We designed a different approach to explore the possible function of RegionA genes by examining the transcriptome changes affected by RegionA. From B73-Mo17 Near-Isogenic Lines , we selected two NILs, and referred to as BM for a line with Mo17 RegionA loci introgressed into B73-like background, and as MB for a line vice versa (Additional file 1: Figure S14a,b). Transcriptome analysis was conducted for both NILs, as well as the B73 and Mo17 parental inbreds as controls. The presence or absence of RegionA resulted in only a subtle change in the genome-wide context, as the NILs showed a highly similar transcriptome as their respective parental inbred (Additional file 1: Figure S14c). Nevertheless, a conspicuous proportion of the transcriptome, 2592 genes and 2151 genes, respectively, was identified as differentially expressed genes (DEGs) in BM and MB compared to the corresponding inbred background, respectively (Additional file 1: Figure S15a-c). To evaluate the effect of RegionA on the global transcriptome, DEGs were filtered according to three criteria: (1) the DEGs located within the RegionA were excluded; (2) to rule out the interference from the imperfect purity of the genetic background of the NILs, we filtered out the DEGs that contain Mo17 SNPs in BM or B73 SNPs in MB beyond RegionA, as well as the target genes of B73/Mo17 eQTLs  which overlapped with SNPs among the NILs used in this study (see “Methods”); (3) only the overlapping up- or downregulated DEGs between BM and MB datasets were retained. A total of 473 highly confident DEGs putatively modulated by RegionA were obtained, including 255 genes that downregulated in BM and upregulated in MB, 143 genes that upregulated in BM and downregulated in MB (Additional file 1: Figure S15d). GO enrichment analysis of these DEGs revealed that they were mainly enriched in transcription and metabolic regulation response to stress, in particular, to temperature stress response (Additional file 1: Figure S15e). We further analyzed public maize landrace data from Meso- and South America (Additional file 2: Table S8) . In agreement with the putative role of temperature response, we found that RegionA-absence lines predominantly enriched in the highland environment, where the general temperature is cooler (Additional file 1: Figure S16). Indeed, a significant association between RegionA and altitude was detected (F-test, P value = 0.0219, Additional file 2: Table S9). To test whether RegionA might be related to some agronomic traits, we performed association analysis between RegionA and phenotypes using a previously reported association panel ; our results suggest that RegionA was significantly associated with heading date and ear height (P value = 6.12E−04, 4.59E−04, respectively). In summary, these results suggest that the evolution adaptation of Zea family to various environments may be attributed to the phenotypic consequence caused by the megabase-scale structure variation of the RegionA.
Recombination repression contributed to the preservation of large PAVs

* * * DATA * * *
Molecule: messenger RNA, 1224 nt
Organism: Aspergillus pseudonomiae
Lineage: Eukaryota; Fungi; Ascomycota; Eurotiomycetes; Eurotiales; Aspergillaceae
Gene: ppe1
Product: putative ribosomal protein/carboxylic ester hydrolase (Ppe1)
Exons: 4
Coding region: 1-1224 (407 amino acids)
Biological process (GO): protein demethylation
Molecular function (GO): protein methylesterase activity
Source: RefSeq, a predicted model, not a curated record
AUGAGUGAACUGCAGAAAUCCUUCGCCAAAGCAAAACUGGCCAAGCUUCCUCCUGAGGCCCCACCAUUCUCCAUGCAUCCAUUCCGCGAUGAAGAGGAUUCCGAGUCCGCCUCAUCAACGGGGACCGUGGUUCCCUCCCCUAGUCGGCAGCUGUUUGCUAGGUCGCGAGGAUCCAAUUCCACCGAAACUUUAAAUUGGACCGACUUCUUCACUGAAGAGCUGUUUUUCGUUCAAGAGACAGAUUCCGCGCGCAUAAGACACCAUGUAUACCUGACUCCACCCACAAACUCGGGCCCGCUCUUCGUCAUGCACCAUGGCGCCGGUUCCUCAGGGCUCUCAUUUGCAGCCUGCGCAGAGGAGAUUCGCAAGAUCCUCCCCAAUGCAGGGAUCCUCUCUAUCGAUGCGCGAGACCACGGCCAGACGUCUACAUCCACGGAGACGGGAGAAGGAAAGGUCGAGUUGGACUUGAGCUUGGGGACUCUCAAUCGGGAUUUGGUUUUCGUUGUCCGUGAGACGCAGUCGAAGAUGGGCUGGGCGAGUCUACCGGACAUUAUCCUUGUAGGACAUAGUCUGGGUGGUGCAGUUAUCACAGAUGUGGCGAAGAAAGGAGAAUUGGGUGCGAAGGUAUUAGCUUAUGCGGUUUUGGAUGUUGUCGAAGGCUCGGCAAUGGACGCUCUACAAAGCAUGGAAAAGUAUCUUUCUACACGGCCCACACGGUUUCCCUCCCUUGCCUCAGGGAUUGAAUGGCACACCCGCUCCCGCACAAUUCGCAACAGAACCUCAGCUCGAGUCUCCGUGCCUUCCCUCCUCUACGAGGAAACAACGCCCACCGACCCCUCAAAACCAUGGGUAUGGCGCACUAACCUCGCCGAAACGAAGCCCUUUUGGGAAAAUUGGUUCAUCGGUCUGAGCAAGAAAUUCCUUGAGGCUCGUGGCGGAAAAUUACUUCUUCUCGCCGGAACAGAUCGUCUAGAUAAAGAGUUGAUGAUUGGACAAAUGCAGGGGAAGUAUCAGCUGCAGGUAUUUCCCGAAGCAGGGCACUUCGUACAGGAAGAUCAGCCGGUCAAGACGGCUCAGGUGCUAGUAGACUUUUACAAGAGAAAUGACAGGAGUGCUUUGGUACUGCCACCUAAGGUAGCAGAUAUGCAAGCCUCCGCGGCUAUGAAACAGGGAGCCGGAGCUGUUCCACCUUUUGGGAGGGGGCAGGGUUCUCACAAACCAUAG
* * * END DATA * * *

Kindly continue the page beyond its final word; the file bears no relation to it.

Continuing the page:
Despite the growing evidence supporting the role of PAVs in the intraspecific genome evolution, megabase-scale PAVs have been rarely characterized in plant species including maize. It had been difficult to detect those large PAVs possibly due to the lack of long-read sequencing data until recently, but another major reason is that large PAV-induced heterozygosity in an intraspecific hybrid could be progressively shuffled by recombination during evolution [16, 20].
The fascinating intactness of the RegionA, which is highly conserved in the presence lines versus almost entirely missing in absence lines, capacitates the detection of megabase-scale PAVs as survival from evolution erosion. A strong negative association between transposable elements (TEs) and meiotic recombination rates across the genome was confirmed [87,89,90,90], while the localization of recombination also tends to show negative correlations with local repetitive-element densities [68, 91]. Consistent with that, the pericentromeric location warrants the suppressed recombination around RegionD , facilitating the preservation of this large PAV from convergence. RegionA, located on the distal chromosome arm end, seemed to challenge the above hypothesis (Fig. 4). This paradox was reconciled by our later finding that RegionA, located within the NOR, is flanked by rDNA. It has been found few meiotic DSBs occur in the rDNA in yeast . A number of meiotic DSBs within the rDNA were reported in maize ; however, due to an underestimate of the abundance of rDNA copies used in their calculations, meiotic DSBs in the rDNA may actually be quite infrequent. Furthermore, suppressed recombination rate in the rDNA region has been justified [68, 70], suggesting the occasional DSBs in the rDNA tend to be repaired by any other mechanism but homologous recombination. A recent study in Arabidopsis confirmed the model that highly repetitive 45S rDNA arrays are protected from SPO11-induced meiotic DSBs as well as the meiotic recombination machinery by their recruitment into the nucleolus . Our finding on the RegionA within the NOR highlighted the consequence of the diminished recombination, which led to the largest PAV found in maize showing highly conserved sequence as a “fossil” in the long term of evolution (Figs. 3 and 4). The enrichment of repeat sequences in the recombination coldspots explained the difficulty in the assembly of RegionA flanking rDNA region (Additional file 1: Figure S1c,d). This also implies that large PAVs may be underestimated, considering that most genome assemblies nowadays are not based on long-read technologies.
Ancient “fossil” PAV unveils the Tripsacum segment migration into Zea